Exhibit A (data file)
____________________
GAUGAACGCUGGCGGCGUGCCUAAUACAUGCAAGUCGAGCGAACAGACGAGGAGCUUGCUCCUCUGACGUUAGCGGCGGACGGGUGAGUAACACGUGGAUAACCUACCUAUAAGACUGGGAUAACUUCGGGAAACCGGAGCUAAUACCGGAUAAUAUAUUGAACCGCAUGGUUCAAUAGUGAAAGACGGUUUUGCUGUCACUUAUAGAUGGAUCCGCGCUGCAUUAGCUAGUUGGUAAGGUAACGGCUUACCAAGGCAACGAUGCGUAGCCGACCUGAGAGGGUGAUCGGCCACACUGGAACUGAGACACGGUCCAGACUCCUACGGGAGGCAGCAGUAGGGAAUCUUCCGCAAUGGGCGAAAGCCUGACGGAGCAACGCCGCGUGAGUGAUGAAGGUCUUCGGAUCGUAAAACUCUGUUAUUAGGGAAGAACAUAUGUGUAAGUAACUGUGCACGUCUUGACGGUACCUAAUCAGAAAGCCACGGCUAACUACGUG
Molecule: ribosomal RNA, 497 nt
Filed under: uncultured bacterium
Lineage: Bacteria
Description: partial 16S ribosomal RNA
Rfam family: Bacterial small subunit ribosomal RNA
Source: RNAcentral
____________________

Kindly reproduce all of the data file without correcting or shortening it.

GAUGAACGCUGGCGGCGUGCCUAAUACAUGCAAGUCGAGCGAACAGACGAGGAGCUUGCUCCUCUGACGUUAGCGGCGGACGGGUGAGUAACACGUGGAUAACCUACCUAUAAGACUGGGAUAACUUCGGGAAACCGGAGCUAAUACCGGAUAAUAUAUUGAACCGCAUGGUUCAAUAGUGAAAGACGGUUUUGCUGUCACUUAUAGAUGGAUCCGCGCUGCAUUAGCUAGUUGGUAAGGUAACGGCUUACCAAGGCAACGAUGCGUAGCCGACCUGAGAGGGUGAUCGGCCACACUGGAACUGAGACACGGUCCAGACUCCUACGGGAGGCAGCAGUAGGGAAUCUUCCGCAAUGGGCGAAAGCCUGACGGAGCAACGCCGCGUGAGUGAUGAAGGUCUUCGGAUCGUAAAACUCUGUUAUUAGGGAAGAACAUAUGUGUAAGUAACUGUGCACGUCUUGACGGUACCUAAUCAGAAAGCCACGGCUAACUACGUG
Molecule: ribosomal RNA, 497 nt
Filed under: uncultured bacterium
Lineage: Bacteria
Description: partial 16S ribosomal RNA
Rfam family: Bacterial small subunit ribosomal RNA
Source: RNAcentral